The red nightmare reawakens
Liverpool, until quite recently, were more of a full-blown Friday the 13th hoodoo to Manchester City than a mere boogey-team. At the height of their pomp and glory years three decades ago, they managed 85 unbeaten home games on the trot. That astonishing feat occurred between January 1978 and January 1981. That's three whole years unbeaten at Anfield, a period during which City got tanned a few times, too.
Liverpool supporters would probably accept the offer of a month unbeaten these days, but Sunday's performance at the Etihad gave this correspondent a view back on many years of anguish and embarrassment, as Liverpool rolled back at least some of those years to produce a surprisingly fluid and dominant display at the home of the champions.
So resolute and chipper did they become, in fact, that a rare home defeat looked in the cards until Sergio Aguero played the angles to score a sumptuous equaliser to salvage a 2-2 draw. It had been a game chock full of mistakes, mislaid passes and flying, mistimed tackles but was decorated with four beautiful goals. Once again, the English Premier League laid on an error-ridden slide fest that, by the end, had everyone glued to its every hop, every skip and every bump.
It had already become evident Tuesday at Loftus Road that City were not on the brink of any great breakthrough of form or cohesion, as they struggled to get around the bottom club's pedestrian defence. Down Hill and around Derry, there had been no way through to a goal ably marshaled by Julio Cesar. Liverpool's defence presented an altogether different prospect, with Daniel Agger looking like the leftover from a biker fistfight and Jamie Carragher older and wiser in the dark arts of mugging than the hills themselves. Behind them, Pepe Reina trained his sights, slapped his enormous gloves together and checked his angles.
This has been a season that has refused to go beyond the merely good-to-average for City, pursuing Manchester United in second gear for such a long time, watching the leaders pull gradually away with their happy knack of playing decent to average but always finding the breakthrough before bedtime. Here City were made to look pedestrian and errant in their passing, a real rarity these days, as the midfield axis of Javi Garcia and Gareth Barry chugged and puffed and lost possession. We can all hide behind statistics, but a 78 percent pass completion rate today must be the lowest for a City side for some considerable time.
If nothing else intrudes in the meantime, I will go to bed tonight dreaming of Garcia square balls, so plentiful were they across City's midfield and back again. When the ball did putter forward, as it did off the Spaniard's toe end in the 24th minute, it did not go too far and was sent back with interest by the returning favourite Daniel Sturridge, straight into Joe Hart's net. That Dzeko had seemed to have been taken out in the build-up did not unduly bother referee Anthony Taylor, as he waved everyone gleefully upfield for the denouement off Garcia's tragic right foot.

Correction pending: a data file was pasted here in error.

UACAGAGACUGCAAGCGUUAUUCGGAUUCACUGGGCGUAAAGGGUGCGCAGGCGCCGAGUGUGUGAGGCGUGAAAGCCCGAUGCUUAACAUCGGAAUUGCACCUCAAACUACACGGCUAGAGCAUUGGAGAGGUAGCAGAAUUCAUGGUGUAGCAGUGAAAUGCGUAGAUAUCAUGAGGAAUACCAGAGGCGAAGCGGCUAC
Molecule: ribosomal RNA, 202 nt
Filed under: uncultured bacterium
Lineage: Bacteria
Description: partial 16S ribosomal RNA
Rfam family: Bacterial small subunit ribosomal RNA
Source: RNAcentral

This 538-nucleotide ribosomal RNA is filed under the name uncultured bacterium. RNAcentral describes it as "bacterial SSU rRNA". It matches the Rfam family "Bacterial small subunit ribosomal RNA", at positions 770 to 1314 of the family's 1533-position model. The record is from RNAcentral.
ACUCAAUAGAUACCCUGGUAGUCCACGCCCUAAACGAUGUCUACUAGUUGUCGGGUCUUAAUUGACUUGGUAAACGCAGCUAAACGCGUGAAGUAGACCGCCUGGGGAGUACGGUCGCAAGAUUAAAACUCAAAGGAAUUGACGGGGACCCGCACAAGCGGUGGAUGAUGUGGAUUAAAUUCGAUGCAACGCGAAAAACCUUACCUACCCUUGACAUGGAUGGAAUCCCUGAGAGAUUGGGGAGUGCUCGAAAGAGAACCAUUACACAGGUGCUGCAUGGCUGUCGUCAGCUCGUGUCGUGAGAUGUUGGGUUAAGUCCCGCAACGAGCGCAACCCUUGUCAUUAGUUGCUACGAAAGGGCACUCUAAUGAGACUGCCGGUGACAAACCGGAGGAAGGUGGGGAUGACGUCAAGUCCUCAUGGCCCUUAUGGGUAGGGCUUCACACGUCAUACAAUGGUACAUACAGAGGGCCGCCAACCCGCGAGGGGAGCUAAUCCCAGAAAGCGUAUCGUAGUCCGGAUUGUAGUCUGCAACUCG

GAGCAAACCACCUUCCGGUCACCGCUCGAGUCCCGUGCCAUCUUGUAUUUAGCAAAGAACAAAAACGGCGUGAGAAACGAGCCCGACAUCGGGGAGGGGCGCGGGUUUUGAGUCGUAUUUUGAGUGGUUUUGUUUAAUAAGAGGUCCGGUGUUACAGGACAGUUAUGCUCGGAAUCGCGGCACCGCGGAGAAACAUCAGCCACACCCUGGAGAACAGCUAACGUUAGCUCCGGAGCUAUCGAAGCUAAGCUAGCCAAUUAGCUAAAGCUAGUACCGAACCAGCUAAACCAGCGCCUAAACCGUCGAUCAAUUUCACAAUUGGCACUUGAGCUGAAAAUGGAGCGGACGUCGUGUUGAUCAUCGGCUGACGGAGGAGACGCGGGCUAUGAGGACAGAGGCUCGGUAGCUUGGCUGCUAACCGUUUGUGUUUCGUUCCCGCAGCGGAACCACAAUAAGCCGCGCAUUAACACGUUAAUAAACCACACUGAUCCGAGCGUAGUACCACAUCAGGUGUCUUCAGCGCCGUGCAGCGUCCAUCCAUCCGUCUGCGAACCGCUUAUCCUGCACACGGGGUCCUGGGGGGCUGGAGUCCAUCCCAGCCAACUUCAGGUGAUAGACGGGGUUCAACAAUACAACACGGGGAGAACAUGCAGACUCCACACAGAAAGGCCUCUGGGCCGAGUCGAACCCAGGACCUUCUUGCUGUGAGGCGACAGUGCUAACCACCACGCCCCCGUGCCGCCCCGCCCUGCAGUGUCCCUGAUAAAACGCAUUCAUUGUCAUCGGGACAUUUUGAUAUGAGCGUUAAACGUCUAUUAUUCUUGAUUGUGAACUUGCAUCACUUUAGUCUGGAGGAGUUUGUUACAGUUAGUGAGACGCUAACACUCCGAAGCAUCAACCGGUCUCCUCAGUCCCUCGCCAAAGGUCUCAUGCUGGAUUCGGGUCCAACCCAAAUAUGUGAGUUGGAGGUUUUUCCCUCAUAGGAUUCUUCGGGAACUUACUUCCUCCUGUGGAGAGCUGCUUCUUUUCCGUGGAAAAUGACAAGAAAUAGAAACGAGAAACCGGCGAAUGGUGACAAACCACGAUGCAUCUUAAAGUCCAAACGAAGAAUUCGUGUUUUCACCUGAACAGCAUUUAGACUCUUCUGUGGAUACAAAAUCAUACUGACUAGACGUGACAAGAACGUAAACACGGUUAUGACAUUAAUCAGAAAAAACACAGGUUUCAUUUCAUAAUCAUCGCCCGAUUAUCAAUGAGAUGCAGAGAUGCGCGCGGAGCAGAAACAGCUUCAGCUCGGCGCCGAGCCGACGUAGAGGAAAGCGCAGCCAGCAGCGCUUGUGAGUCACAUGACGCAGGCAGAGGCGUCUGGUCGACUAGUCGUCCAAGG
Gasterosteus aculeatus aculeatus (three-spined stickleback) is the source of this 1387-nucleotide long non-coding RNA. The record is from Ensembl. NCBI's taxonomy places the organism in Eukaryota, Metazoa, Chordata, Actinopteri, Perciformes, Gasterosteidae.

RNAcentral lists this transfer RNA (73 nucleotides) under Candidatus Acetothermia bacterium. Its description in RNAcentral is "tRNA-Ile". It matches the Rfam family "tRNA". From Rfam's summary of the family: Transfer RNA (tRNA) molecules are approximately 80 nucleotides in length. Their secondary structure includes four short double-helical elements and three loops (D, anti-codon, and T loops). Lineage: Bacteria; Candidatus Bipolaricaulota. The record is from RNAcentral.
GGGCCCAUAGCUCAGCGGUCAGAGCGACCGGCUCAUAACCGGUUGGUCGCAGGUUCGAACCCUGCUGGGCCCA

Liverpool have now completed their games against last season's champions and have twice played out 2-2 draws, both of which could have delivered considerably more for them. City's lethargy and generosity of passing made the Reds look a little like the threshing machine of old.
There was a time not so very long ago when I would wake up in a cold sweat at the thought of Terry McDermott's frizzle perm, Graeme Souness' Zapata moustache and -- particularly -- Sammy Lee's full-nappy-look shorts. Kenny Dalglish and Ian Rush used to bang in the goals at Maine Road like they were on some kind of training exercise where you had to humiliate the goalkeeper as much as possible. The feeling of impending doom that gripped the place as we watched him and his mates turning up at the front gates of Maine Road each season was a thing to behold. Grown men stood paralysed with fear that they were about to witness another run around in red. And this was the City players. On the Kippax you could have cut the trepidation with a lumberman's axe, while on the field the Reds sluiced through the blues like a chainsaw through margarine.
In 35 long years against Liverpool I can barely remember anything going right. Clive Wilson, Nicolas Anelka, Kevin Reeves and Kiki Musampa are the only players who can call themselves match-winners in games against the red foe. Add to that painfully short list today's man of the match, James Milner, and that is very much all that you get.
Those old days came back to haunt us all Sunday. A plague of red shirts bearing down on Hart's goal. Shots coming in from all angles. It was not a pretty sight, except of course for the late -- perhaps undeserved -- equaliser that came off the right boot of Sergio Aguero. The little man, not enjoying his best game, chased the ball down the right, eluded the Liverpool keeper and curled a magnificent physics-defying shot through the eye of a needle. With nightmares of Souness, Kennedy, Dalglish and the gang rearing up in front of us, it was nice to know at least that Liverpool had also brought the modern version of Bruce Grobbelaar along for the ride, too.